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-   -   Moving an enclosed deck (http://www.diychatroom.com/f19/moving-enclosed-deck-2723/)

cjcocn 06-10-2006 08:58 PM

Moving an enclosed deck
 
Hi all.

I have to move my enclosed deck so that the contractor can come in and do the weeping tile. It is built like an octagon, but with only five sides - 26' where it meets the house and 14' 3" where it is furthest away from the house. It extends 13' out from the house.

It is a split level with a hot tub in the lower level. The difference in levels is 26".

The lower level is 48 " off the ground, while the upper level is 58" off the ground (obviously the lawn has a definate slope!).

I was thinking of removing the hot tub and building a (well braced) wall so that the floor of the higher level is brought down to equal that of the lower level. Then I would drop the structure onto some skids and pull it away with a machine.

When dropping it down on to the skids, I think that I can walk it down with hydrolic bottle jacks by lowering each side a few inches at a time. I would have (probably) two temporary support blocks on two sides of the structure (3' lengths of 12" - 16" blocks and 2"x4" blocks for shims).

Does that sound like a plan or is there a better way to do it?

The roof is somewhat complex and it would be easier to move than to disassemble the roof, walls, etc.

Thanks for any help!

Chris

robertcdf 06-10-2006 11:36 PM

I would be scared to give you advice.

Bonus 06-11-2006 02:04 AM

How deep is the weeping tile? If it's only a few feet you could do what you suggest, but it is not gonna be easy, or fun, or cheap and pulling it away with a machine is one thing, pushing it back is another. Has anyone thought of the old-fashioned method? Hire a few teenagers and give them shovels and let them show off to each other how hard they can work. We're so used to do everything with machines that we forget they are a fairly recent invention and are not always the best tool. I bet you could do it faster, cheaper, neater by hand and leave the deck where it is than you could do it by machine once you factor in moving what is a fairly large structure that is going to suffer some damage with your efforts. Good luck.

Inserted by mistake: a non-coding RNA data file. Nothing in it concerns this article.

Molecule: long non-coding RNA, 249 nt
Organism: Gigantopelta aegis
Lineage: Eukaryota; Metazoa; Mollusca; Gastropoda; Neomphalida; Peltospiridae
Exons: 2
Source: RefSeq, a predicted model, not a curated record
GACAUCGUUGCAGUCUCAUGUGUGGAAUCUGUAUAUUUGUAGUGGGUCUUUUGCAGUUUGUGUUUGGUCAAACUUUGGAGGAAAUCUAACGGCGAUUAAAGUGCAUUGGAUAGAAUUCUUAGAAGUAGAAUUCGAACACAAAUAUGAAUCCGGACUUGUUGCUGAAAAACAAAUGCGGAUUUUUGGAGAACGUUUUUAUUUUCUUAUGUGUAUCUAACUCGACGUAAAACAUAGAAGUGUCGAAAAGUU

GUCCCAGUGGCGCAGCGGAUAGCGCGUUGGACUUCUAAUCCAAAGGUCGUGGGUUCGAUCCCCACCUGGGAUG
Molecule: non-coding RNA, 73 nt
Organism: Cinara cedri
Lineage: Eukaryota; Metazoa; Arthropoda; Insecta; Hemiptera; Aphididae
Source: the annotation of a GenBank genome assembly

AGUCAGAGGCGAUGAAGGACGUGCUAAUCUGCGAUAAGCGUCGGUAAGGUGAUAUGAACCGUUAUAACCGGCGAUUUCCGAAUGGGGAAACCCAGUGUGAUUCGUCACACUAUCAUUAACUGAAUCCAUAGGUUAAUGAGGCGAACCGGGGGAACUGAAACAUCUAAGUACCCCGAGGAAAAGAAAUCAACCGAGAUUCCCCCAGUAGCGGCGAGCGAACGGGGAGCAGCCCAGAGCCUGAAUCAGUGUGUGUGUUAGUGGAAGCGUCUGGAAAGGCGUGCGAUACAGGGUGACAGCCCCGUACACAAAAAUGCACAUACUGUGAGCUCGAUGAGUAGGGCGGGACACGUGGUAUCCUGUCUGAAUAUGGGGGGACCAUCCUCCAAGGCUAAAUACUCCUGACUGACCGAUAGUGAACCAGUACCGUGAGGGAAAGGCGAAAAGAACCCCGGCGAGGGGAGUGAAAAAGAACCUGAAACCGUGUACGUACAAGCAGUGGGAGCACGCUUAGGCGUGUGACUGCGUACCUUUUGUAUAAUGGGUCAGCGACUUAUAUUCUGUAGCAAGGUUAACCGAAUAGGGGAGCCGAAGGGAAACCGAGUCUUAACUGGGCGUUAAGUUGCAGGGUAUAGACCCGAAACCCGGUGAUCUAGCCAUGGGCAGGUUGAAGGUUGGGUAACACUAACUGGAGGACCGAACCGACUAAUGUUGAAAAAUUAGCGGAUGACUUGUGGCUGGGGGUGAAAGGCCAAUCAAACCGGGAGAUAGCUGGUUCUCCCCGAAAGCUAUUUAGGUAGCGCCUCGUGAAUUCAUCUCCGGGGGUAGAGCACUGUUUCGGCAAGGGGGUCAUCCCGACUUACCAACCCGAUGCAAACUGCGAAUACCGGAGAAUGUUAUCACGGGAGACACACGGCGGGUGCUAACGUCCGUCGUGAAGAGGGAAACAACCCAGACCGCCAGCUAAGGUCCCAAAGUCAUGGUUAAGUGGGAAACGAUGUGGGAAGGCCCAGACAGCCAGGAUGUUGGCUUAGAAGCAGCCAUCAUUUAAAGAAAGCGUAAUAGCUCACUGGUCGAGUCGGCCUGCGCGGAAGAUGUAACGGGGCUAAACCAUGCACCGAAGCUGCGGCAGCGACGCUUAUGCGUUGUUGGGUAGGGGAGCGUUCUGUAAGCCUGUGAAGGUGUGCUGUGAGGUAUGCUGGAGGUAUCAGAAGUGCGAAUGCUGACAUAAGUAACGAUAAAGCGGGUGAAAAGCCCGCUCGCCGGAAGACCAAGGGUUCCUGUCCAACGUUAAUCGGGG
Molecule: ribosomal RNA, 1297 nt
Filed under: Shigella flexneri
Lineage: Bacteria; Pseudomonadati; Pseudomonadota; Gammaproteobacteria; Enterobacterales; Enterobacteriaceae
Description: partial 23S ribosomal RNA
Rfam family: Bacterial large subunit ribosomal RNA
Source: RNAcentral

cjcocn 06-11-2006 09:11 AM

Bonus

The weeping tile has to go down about 4 1/2' - 5' and we have a high water table, so digging by hand would be a chore. That silt is pretty sticky when wet and 3/4 of the time would be spent trying to get the junk off the shovel (I removed a few stumps by hand and found that out).

There is a concrete pad underneath the hot tub to contend with as well. I am not sure what kind of shape it is in as the previous owners seem to have poured the concrete in stages? It appears to be in chunks, but I will not know for sure until I get to that point.

I had considered lowering it on to dollies, but have concerns that the wheels would sink - if they sank on one side only I would lose the building as it would tip off the dollies (depending on how deep the wheels sank).

Sorry I didn't include this info in my first post.


Robert

Do you hesitate to give advice because moving the structure is a dangerous proposition? If that is the case, how do you feel about commenting on my proposed methods? (eg. are bottle jacks the way to go?)


If anyone knows of a site that discusses the moving of structures, could you post the link? I did a google search but didn't come up with anything.

Thanks!

Chris

PS ... I was also considering sacrificing the roofing material (shingles, tar paper) and diagraming it, then marking and dismantling the roof, dismantling the walls in sections (these are light), and then the floor in two sections. That would make it a lot safer.

PPS ... to get the whole structure back to the house, I thought that pushing on each individual skid with the excavator bucket would work, although there would be a lot of moving around for the machine as each side would only be moved about 1' per push on the respective skid.

CJ

Bonus 06-11-2006 12:26 PM

I still think digging by hand is the way to go, but whatever. Look for House Movers, couple of steel beams, jacks, dollies, move.

Alternative: Think crane, beams, spreaders, lift.


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